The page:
Josh Varnedore ~ Sun Chapter

Josh Varnedore is the Josh in Amman/Josh, along with Amman Abbasi.  Abbasi lends a hand on “Vertebrae”, while Hammock contributes to “186,000 endings per second and Hideki Umezawa (Pawn) chips in on “Earth”.  The presence of such friends guarantees that the album will be a success; the only drawback is that it struggles to establish its own identity.  Even before reading the liner notes, one remarks, “This first track sounds like Pawn!”, although the second, thanks to a wordless, Hopelandic-styled vocal, sounds just as much like Sigur Rós as it does Hammock.  However, there are many worse things than to be compared to these artists, and as a fan of all three, I found Sun Chapter to be sweetly alluring.

These early tracks – three of the first four – are the strongest selections here, treading familiar yet cherished ground.  The way “Earth” descends into fragmentation – the chimes seeming to disintegrate before our very ears – causes the listener to lean into the recording, to chase echoes like dandelion seeds.  The quicker pace of “186,000 endings per second” – the title track of Varnedore’s preceding EP – energizes the listener like a morning shower.  The synthesized handclaps, when they arrive, are expected but not unwelcome.  And yes, Virginia, there is a glockenspiel.  “Vertebrae” is carried by cheerful piano chords, swirling synths and reverberated guitars, a combination familiar to most of our readers.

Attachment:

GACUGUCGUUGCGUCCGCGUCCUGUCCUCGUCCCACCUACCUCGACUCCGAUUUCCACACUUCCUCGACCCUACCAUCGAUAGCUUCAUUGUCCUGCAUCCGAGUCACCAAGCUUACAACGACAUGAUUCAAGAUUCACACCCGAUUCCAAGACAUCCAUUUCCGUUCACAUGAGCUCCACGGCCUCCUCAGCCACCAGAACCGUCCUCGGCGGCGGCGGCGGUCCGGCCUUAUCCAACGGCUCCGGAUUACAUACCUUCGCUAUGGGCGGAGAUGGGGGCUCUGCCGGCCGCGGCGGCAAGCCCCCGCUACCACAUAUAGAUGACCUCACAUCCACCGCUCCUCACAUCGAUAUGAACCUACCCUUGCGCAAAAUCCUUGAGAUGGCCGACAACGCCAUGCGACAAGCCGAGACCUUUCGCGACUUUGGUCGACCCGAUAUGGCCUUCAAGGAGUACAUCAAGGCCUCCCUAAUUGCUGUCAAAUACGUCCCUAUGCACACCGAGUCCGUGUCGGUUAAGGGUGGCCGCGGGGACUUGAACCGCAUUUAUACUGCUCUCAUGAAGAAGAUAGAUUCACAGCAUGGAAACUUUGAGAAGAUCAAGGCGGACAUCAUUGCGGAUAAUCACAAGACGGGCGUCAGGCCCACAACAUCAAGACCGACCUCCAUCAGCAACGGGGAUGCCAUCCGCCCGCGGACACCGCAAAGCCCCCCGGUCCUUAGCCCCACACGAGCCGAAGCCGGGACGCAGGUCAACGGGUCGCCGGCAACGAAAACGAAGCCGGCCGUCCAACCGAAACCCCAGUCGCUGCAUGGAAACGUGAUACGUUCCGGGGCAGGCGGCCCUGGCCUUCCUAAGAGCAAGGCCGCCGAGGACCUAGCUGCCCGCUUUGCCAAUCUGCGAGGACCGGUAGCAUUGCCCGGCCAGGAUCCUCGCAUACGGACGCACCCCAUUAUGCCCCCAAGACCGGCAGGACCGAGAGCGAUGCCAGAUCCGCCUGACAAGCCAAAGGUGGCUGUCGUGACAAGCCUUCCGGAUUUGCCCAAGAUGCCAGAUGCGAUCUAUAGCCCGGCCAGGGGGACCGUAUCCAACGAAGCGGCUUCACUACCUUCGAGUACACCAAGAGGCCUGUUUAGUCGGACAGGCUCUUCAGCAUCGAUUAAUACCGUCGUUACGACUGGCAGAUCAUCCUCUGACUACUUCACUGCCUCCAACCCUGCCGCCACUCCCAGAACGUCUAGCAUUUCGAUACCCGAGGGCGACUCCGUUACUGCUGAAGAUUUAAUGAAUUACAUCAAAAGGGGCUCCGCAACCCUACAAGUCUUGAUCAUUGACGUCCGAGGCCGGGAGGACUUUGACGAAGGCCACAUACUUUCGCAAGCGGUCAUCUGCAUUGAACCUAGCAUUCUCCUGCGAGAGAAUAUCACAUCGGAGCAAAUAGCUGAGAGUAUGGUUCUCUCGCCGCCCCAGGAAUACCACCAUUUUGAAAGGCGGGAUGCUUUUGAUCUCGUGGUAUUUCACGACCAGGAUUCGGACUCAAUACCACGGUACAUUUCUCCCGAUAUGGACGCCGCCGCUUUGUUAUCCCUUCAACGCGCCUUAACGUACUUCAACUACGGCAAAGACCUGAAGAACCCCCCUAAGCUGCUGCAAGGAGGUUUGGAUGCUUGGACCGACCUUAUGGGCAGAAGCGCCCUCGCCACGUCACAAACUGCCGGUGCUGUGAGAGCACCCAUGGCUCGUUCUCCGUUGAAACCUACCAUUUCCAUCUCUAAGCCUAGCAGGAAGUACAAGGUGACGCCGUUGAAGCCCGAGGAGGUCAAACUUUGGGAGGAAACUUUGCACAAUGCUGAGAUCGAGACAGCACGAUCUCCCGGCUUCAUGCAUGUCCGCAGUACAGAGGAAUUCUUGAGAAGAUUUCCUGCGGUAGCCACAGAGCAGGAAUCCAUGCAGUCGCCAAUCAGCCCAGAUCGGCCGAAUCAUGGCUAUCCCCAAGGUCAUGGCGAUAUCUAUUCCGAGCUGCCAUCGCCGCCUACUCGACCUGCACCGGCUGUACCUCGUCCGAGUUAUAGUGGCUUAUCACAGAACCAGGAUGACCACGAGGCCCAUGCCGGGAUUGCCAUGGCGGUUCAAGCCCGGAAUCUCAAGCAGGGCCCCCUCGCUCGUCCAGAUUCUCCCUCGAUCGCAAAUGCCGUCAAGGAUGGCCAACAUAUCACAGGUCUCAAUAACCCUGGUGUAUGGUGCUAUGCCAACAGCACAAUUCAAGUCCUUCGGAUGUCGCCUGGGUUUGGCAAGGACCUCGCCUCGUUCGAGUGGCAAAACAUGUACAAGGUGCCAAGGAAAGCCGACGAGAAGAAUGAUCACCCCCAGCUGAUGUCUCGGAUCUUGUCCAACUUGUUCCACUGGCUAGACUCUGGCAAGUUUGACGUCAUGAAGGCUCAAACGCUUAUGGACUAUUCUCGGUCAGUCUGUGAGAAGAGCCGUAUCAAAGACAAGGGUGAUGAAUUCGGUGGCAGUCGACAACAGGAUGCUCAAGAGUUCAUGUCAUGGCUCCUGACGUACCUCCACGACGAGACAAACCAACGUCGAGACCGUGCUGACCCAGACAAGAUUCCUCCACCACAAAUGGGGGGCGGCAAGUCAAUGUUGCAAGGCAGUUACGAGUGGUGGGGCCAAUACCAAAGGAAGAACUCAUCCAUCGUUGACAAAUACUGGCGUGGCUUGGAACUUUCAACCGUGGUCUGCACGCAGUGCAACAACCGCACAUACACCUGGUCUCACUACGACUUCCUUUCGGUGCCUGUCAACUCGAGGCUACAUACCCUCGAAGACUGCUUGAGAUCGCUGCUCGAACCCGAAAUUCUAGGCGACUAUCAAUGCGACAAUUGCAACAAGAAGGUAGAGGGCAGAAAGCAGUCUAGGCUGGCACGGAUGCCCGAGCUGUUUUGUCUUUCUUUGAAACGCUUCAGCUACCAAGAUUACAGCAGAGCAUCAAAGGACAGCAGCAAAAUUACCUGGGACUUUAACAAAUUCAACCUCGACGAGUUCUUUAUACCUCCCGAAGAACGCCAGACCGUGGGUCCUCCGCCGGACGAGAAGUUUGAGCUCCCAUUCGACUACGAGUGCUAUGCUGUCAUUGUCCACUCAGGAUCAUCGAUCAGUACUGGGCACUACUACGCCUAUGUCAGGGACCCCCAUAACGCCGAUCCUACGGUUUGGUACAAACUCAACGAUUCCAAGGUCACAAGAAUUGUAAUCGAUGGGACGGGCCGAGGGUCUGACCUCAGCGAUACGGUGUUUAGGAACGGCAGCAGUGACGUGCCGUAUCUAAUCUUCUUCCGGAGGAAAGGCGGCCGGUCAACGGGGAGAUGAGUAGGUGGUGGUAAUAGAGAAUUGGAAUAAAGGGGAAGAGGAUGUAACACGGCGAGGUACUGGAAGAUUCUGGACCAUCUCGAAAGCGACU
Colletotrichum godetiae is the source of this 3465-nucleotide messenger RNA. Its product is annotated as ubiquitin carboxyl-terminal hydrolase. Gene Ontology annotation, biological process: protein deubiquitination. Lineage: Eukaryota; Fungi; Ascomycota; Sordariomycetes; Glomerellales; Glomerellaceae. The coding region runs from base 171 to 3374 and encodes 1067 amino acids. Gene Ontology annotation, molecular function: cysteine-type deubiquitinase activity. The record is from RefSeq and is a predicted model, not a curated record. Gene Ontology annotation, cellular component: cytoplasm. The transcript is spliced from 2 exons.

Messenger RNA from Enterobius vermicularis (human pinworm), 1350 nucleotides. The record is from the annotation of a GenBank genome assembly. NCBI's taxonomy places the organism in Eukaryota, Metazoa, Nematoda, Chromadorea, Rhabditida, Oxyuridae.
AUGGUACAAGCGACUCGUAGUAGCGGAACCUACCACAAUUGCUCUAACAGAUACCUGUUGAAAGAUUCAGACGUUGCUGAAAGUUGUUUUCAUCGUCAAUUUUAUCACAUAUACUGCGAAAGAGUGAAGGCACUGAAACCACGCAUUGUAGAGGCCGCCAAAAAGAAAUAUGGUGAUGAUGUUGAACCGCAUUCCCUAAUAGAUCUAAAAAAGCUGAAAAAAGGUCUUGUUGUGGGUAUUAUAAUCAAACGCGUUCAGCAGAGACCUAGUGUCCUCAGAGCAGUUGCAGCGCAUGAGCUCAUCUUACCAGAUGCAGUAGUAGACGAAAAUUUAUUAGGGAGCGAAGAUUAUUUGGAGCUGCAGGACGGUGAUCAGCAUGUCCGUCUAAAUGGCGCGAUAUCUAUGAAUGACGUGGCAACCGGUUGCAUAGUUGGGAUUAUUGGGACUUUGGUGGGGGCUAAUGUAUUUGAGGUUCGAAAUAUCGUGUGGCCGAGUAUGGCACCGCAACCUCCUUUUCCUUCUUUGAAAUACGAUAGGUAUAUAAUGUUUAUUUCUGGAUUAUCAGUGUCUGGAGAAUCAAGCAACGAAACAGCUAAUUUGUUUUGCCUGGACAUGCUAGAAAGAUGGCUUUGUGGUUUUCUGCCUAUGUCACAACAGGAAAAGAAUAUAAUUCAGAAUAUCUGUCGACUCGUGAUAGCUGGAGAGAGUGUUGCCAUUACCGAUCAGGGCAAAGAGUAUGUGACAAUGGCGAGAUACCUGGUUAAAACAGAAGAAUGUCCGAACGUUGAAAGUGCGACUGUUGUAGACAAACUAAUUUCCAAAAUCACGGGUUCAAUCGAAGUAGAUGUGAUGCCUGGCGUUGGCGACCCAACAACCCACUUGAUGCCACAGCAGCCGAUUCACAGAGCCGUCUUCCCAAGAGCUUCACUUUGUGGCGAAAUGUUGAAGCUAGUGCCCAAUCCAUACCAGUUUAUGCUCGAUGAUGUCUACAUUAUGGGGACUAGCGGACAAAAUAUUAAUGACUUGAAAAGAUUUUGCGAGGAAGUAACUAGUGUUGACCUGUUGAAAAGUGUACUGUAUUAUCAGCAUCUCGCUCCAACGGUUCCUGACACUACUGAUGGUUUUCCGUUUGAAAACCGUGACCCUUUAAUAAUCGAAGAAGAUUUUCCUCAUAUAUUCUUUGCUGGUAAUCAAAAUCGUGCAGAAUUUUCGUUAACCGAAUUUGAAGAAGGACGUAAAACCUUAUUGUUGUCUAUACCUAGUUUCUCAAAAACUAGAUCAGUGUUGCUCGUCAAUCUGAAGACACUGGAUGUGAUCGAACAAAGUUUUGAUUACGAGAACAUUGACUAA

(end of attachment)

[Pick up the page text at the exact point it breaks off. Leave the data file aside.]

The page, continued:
The second half of the album delves into what one might call mainstream ambience – the type that typically provides the background for nature videos.  And guess what!  The video for “Sunhoney” portrays flowers moving softly in the breeze, the video for “Golden” displays waves of golden sand, and the video for “Clouds” presents – oh, go on, guess.  So at this point, the question is begging to be asked: is the artist at all concerned with being edgy and experimental?  Not in the least.  Varnedore chooses to do more of what he already does well to please an audience that already exists.  There is nothing wrong with this approach, but it’s fair to say that the continuation of a successful formula is the album’s main characteristic.  So listen for the quiet operatic vocals at the end of “Sun Honey”, entwined with birdsong; the slightly warped piano fadeout of “Golden”; or that Jónsi voice again at the end of “Clouds”.  You’ve heard this manner of music before; it’s only a question of how much more you’d like in your collection.  (Richard Allen)

Available here

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